Paphnutius Of Scetis (The One Who Belongs To God), Saint

PAPHNUTIUS OF SCETIS (the one who belongs to God), SAINT

A name borne, particularly in the fourth century, by several monks among whom it is sometimes difficult to distinguish.

John CASSIAN, during his sojourn in Egypt between 385 and 400, knew an Paphnutius who was then priest of SCETIS and to whom he ascribes his third conference, “On the Three Renunciations.” Paphnutius was renowned for his taste for seclusion. He had established his cell several miles from the church, where he was seen only on Saturdays and Sundays; on the other days it was very difficult to see him. For this reason he was nicknamed “Bubal,” from the name of the desert antelope. According to John Cassian, Paphnutius was then over ninety years old. He was still alive in 399, since, according to Cassian (X, 2-3), in that year he was the only priest of Scetis to welcome the letter of Patriarch THEOPHILUS denouncing anthropomorphite errors. In the Life of Saints Maximus and Domitius (Amélineau, 1894, p. 312) he is called “a disciple of Macarius” (the Egyptian) and “father of Scetis” after him. However, according to Cassian (XVIII, 15) he succeeded Isidorus in this function.

On the other hand, in chapter 47 of his lausiaca, PALLADIUS speaks of a Paphnutius surnamed Kephalas and reports a long discourse that he delivered before Palladius himself— hence after 390—on the reasons virtuous monks fall away. This Paphnutius, it seems, lived at NITRIA or the KELLIA, if he is to be identified with the disciple of MACARIUS ALEXANDRINUS who bore the name and is mentioned by Palladius in chapter 18. He also is mentioned in the PATRUM, once with the surname Kephalas. Among the apopthegms in the alphabetical collection that are placed under the name of Paphnutius, it is difficult to know which ones should be attributed to him.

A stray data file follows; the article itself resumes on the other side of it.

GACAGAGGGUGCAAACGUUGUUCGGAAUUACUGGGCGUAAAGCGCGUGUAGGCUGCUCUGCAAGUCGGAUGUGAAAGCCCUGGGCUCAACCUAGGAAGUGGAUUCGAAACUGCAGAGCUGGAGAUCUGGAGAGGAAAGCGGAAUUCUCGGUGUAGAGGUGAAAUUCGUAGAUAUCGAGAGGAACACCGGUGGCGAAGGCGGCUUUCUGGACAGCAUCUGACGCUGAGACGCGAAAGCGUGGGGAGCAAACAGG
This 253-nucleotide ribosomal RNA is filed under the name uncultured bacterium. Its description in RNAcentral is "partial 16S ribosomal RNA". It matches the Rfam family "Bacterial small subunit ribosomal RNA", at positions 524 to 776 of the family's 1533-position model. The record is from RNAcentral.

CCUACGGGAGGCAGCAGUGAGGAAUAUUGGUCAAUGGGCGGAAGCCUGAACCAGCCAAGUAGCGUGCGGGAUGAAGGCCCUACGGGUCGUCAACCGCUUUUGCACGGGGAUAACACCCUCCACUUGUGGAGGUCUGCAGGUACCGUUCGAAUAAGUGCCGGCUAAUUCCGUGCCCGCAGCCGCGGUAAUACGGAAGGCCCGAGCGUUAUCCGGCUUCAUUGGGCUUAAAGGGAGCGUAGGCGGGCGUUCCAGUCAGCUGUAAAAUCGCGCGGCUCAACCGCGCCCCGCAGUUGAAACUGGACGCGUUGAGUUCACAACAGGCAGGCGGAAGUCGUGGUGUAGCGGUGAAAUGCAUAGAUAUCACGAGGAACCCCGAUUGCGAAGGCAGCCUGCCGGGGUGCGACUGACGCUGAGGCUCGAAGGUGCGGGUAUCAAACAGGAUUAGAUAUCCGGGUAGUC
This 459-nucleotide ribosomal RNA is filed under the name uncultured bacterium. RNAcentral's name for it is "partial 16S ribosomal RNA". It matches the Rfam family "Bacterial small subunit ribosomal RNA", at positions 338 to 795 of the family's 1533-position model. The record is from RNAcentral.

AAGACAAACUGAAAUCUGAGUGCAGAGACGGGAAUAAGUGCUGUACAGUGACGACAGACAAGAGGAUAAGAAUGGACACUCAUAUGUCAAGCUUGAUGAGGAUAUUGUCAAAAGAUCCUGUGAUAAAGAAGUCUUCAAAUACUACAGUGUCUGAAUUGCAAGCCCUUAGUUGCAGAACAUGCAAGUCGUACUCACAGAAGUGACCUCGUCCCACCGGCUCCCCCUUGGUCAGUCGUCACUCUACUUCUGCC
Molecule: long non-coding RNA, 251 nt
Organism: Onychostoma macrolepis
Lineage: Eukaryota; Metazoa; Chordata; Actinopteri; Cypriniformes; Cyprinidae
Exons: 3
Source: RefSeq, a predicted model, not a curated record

In the opinion of E. C. Butler (1904, Vol. 2, pp. 224-25) and H. G. Evelyn-White (1932, p. 121), among others, Paphnutius the Bubal and Paphnutius Kephalas are the same person. In favor of this identification, Butler puts forward some literal correspondences that he has noted in the discourse of the Bubal in Cassian, and that of Kephalas in Palladius. The latter mentions, among the monks whom met at Nitria when she visited the desert about 373 and whom she followed during their exile in Palestine, a “Paphnutius of Scetis.” Perhaps this is another person; the identification remains uncertain. Normally the surnames served to distinguish people of the same name.

On the other hand, it is certain that the anchorite Paphnutius who appears in the MONACHORUM IN AEGYPTO must be distinguished from the preceding two. He lived in the Thebaid, in the region of Herakleopolis, where he died shortly before the travelers passed through that region in 394-395. Perhaps this Paphnutius is the one to whom is attributed the Life of ONOPHRIUS edited by E. A. W. Budge (1914, pp. 205-224) and by E. Amélineau (1885, pp. 166-94).

Several Greek in the British Museum (P Lond. 1923-1929), published by H. I. Bell (pp. 103-120) preserve a series of addressed to a monk Paphnutius by various people who ask for the help of his prayers. They are dated by their editor in the middle of the fourth century. There is, however, nothing to identify this Paphnutius with any of the preceding ones.


  • Amélineau, E. C. “Voyage d’un moine égyptien dans desert.” Recueil de travaux 6 (1885):166-94.
  • ____. “Vie de Maxime et Domece.” In Monuments pour servir à l’histoire de l’Egypte chrétienne. Histoire des monasteres de la Basse-Egypte, p. 312. Leroux, 1894.
  • Bell, H. I. and Christians in Egypt, pp. 103-120. London, 1924.
  • Budge, E. A. Coptic Martyrdoms, pp. 205-224. London, 1914.
  • Cassian, John. Conferences, ed. E. Pichery. chretiennes 42, pp. 138-165. Paris, 1955. 54, pp. 75-77. Paris, 1958. 64, pp. 28-31. Paris, 1959.
  • Evelyn-White, H. G. The Monasteries of the Wadi’n Natrun, Pt. 2, The History of the Monasteries of Nitria and of Scetis. New York, 1932.